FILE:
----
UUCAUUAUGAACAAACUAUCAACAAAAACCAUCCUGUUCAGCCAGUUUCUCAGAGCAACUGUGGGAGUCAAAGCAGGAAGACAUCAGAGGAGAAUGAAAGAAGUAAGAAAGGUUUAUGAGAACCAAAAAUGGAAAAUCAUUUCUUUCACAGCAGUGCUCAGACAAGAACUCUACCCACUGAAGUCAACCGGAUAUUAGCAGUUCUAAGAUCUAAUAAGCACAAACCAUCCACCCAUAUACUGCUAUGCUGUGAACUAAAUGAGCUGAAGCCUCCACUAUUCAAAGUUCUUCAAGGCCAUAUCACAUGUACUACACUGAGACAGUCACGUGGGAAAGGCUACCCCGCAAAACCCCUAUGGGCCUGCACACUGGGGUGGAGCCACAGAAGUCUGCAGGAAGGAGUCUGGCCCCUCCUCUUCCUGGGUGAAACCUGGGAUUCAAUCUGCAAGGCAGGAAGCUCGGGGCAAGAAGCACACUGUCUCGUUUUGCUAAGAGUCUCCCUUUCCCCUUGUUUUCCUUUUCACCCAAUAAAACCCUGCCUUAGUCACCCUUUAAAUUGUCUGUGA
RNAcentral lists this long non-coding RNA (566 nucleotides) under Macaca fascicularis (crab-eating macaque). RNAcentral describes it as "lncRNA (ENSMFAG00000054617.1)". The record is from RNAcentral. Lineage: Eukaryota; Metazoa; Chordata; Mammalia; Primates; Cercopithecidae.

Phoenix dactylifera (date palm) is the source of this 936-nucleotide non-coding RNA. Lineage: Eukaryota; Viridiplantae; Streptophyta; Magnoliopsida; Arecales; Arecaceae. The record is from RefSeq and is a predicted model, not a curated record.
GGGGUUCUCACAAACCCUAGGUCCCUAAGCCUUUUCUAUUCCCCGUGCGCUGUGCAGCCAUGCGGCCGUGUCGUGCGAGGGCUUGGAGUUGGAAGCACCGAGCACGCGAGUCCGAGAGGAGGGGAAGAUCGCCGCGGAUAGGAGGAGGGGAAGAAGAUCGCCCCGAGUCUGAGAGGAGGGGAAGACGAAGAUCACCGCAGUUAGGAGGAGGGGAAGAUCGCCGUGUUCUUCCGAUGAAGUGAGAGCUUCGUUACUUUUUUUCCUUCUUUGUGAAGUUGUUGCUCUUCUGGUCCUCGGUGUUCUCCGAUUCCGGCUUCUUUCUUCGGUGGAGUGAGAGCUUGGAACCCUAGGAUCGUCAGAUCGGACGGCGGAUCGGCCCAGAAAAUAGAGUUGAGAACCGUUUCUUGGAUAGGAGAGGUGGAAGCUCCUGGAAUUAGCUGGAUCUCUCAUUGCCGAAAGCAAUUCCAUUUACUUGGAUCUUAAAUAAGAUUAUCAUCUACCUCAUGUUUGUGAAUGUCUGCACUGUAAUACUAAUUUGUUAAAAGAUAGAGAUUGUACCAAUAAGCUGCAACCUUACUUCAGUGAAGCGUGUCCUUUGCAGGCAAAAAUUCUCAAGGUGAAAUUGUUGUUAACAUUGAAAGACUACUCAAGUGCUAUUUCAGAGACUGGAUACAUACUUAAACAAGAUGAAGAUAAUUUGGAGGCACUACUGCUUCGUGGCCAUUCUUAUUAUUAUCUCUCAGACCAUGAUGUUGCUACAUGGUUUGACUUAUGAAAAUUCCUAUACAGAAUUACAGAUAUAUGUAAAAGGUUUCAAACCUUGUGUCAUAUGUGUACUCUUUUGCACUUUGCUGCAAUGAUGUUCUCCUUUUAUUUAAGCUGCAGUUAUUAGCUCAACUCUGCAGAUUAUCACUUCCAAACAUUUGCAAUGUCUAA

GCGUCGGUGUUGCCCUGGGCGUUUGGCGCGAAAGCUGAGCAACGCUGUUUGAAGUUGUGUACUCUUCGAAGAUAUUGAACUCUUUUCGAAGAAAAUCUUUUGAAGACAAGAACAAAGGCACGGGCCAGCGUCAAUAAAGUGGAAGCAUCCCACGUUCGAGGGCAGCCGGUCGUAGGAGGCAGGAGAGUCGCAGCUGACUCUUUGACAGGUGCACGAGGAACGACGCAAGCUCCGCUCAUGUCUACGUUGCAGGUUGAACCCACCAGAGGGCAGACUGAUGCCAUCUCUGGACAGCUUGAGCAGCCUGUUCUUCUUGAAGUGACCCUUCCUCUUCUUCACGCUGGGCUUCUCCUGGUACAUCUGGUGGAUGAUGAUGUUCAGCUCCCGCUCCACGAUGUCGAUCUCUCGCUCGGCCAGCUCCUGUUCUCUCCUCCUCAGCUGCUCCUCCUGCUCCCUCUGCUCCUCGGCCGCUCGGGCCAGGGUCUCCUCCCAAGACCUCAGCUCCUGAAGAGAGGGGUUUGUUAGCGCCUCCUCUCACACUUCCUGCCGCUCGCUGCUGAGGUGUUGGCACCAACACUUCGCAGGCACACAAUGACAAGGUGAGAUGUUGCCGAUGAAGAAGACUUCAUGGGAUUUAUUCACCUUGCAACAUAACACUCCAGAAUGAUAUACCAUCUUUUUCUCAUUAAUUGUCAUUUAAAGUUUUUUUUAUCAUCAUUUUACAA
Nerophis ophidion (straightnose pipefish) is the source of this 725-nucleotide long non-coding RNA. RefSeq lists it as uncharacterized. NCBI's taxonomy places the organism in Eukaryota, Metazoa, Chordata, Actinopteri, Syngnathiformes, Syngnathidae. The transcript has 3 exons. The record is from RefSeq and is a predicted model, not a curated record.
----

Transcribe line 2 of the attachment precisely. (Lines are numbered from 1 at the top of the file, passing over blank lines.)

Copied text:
RNAcentral lists this long non-coding RNA (566 nucleotides) under Macaca fascicularis (crab-eating macaque). RNAcentral describes it as "lncRNA (ENSMFAG00000054617.1)". The record is from RNAcentral. Lineage: Eukaryota; Metazoa; Chordata; Mammalia; Primates; Cercopithecidae.